Because the Brotherhood is intent upon maintaining its legitimacy and reputation, the Brotherhood elites define themselves against un-Brotherly behavior and thus rely on punishment for those who betray the movement. When I am is demoted from his assignment on the class issue and reassigned to speak on the Woman Question, women as a collective entity become the punishment or sacrificial lamb that the Brotherhood relies on to preserve its legitimacy and support base. By treating I am’s assignment to the Woman Question as a demotion, the Brotherhood illuminates how its rhetoric of equality is nothing more than rhetoric that is unlikely to alter the predicaments of the disenfranchised. By trafficking the Woman Question and furthering the perception that the Brotherhood seeks to advance the cause of women, then, I am unwittingly legitimizes the gap between image and reality in American democracy.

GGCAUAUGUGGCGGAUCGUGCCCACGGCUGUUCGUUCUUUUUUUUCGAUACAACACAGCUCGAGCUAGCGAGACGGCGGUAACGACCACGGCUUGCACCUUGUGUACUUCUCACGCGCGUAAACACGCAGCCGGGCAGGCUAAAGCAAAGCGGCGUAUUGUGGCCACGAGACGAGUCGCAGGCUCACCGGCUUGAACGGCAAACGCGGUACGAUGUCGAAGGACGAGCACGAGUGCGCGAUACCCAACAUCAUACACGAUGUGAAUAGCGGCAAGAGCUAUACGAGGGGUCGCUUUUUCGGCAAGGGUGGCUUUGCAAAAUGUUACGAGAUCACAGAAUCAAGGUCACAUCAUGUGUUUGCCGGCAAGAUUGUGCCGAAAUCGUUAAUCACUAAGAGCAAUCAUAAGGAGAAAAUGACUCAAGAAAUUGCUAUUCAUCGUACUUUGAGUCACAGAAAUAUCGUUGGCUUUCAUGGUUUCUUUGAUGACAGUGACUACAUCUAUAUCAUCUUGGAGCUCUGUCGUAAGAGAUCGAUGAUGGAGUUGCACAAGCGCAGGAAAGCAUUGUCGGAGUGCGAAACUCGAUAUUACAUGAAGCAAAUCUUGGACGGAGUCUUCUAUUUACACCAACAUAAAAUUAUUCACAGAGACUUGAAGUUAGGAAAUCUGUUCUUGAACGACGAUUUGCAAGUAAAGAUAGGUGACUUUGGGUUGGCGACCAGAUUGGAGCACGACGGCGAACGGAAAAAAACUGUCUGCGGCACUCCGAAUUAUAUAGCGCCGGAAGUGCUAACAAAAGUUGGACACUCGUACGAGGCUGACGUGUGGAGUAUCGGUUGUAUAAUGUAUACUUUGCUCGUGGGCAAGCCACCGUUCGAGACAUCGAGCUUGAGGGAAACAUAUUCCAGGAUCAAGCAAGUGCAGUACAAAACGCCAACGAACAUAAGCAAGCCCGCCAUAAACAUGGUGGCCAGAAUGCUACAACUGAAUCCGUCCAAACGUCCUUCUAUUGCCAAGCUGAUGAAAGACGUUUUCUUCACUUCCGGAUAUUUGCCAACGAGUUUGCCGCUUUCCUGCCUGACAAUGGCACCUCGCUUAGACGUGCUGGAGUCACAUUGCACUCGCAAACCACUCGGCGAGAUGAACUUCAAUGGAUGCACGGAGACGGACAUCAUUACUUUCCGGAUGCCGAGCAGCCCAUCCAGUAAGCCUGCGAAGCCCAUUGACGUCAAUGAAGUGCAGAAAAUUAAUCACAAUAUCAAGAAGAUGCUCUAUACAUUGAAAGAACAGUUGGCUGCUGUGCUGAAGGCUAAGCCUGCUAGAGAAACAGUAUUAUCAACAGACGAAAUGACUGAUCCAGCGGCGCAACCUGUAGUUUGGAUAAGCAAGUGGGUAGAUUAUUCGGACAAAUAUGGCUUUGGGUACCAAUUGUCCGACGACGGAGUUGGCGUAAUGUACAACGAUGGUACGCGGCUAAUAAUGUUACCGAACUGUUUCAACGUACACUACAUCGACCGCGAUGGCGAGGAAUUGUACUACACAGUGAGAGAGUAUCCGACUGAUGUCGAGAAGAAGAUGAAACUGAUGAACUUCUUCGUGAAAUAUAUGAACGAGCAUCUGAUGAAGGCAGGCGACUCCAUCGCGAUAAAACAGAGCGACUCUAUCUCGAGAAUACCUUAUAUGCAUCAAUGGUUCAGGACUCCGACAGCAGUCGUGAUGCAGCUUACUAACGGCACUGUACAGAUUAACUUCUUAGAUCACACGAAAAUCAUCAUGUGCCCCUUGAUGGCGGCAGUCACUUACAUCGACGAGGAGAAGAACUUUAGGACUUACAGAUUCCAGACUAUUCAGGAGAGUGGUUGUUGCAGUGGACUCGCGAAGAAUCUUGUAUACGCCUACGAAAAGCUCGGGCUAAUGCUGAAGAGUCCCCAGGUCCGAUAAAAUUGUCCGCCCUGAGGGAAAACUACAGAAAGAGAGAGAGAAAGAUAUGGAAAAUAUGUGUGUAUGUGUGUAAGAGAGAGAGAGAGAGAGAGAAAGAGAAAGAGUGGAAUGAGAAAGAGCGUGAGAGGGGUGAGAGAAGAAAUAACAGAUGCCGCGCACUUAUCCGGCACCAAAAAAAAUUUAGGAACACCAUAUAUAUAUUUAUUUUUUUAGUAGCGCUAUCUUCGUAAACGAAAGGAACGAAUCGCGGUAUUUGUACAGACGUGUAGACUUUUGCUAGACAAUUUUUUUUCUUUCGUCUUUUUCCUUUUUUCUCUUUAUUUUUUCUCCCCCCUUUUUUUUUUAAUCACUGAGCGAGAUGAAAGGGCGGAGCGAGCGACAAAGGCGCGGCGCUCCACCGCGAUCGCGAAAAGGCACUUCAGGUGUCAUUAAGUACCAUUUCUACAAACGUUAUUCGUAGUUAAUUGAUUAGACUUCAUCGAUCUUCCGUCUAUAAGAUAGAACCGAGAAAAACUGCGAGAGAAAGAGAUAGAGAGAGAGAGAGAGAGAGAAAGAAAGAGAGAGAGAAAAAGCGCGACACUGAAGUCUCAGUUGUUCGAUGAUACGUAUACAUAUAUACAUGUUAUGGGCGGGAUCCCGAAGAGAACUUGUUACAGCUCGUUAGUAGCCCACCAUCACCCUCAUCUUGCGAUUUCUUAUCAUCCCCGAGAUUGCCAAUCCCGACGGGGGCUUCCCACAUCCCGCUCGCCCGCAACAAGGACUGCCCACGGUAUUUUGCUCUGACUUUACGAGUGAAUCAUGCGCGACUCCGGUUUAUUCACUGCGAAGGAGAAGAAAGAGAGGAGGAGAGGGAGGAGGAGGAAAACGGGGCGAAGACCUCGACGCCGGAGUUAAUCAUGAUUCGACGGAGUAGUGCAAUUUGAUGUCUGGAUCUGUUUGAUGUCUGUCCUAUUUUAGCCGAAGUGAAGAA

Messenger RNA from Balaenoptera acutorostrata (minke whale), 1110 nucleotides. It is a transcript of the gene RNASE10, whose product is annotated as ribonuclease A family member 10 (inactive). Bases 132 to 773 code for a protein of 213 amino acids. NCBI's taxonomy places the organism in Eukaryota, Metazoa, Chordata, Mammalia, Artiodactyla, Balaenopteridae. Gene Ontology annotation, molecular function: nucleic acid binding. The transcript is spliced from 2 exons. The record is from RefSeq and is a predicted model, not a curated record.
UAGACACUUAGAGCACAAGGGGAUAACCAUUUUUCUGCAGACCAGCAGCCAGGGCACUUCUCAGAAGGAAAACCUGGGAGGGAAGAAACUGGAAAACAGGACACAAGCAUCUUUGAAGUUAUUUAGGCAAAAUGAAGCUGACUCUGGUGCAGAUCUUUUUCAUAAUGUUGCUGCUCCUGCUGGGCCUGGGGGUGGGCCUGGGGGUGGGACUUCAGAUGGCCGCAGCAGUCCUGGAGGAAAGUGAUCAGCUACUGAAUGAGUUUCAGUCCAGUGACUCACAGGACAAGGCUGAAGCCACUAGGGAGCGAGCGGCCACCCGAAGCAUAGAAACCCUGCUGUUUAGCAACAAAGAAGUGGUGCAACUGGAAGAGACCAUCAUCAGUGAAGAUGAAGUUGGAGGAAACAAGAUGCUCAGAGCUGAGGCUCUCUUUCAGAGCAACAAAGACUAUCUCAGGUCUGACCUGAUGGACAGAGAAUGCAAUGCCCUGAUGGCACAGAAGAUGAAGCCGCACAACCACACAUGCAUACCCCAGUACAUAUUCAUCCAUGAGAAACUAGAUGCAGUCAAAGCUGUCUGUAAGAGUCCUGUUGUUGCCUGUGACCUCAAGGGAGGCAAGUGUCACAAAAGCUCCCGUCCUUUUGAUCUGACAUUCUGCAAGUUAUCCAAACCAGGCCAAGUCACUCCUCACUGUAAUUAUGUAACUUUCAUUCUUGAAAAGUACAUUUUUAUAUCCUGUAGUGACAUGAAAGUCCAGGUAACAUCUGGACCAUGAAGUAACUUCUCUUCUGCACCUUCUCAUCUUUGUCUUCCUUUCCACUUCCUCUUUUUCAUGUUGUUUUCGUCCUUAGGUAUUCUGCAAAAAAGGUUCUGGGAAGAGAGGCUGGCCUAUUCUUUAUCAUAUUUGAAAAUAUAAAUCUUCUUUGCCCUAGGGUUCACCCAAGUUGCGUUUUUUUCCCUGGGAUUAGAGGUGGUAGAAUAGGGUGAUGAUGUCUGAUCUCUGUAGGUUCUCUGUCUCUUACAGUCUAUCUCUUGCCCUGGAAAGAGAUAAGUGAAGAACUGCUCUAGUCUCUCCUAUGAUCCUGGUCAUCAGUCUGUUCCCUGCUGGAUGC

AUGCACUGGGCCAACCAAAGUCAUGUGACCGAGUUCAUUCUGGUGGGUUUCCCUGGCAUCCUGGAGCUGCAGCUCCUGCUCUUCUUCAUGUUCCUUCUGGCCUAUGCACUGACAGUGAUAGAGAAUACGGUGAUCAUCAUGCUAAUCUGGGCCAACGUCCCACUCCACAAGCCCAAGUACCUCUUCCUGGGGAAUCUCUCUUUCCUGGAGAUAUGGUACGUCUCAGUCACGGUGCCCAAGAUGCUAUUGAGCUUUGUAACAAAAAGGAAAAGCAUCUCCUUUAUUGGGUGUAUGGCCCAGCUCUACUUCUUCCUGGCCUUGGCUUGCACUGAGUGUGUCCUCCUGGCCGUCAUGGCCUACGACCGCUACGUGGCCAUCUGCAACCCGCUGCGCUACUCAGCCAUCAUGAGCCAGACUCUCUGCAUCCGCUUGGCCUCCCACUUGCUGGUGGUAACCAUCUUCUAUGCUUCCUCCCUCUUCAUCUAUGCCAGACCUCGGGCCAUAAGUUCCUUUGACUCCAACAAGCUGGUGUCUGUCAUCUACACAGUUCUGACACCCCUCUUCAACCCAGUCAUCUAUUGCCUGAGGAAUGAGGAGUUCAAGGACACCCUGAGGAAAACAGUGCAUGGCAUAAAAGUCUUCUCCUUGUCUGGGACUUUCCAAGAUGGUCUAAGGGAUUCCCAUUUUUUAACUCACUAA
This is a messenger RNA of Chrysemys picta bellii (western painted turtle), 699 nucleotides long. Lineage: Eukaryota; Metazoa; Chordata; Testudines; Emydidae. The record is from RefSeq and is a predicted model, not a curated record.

While I am reifies this gap by accepting his fate and trafficking the Woman Question in order to ensure the smooth functioning of the Brotherhood, he denigrates the Woman Question, emphasizing, I had just been made the butt of an outrageous joke. Whereas Sylvander interprets this statement to connote that Ellison considers gender inequality a joke, I contend that the chapters on the Woman Question, which problematize the way that the gap between democratic ideals and reality implicates gender and racial minorities alike, actually highlight Ellison’s consciousness of gender politics. In fact, Ellison reveals this consciousness to some extent when he indicates that the discussion of I am’s relationships with women and the Woman Question serves a comedic function in the novel. Specifically, Ellison argues that the comedic discussion of the Woman Question serves to disclose how when I am is thrown into a situation which he thinks he wants he is sometimes thrown at a loss.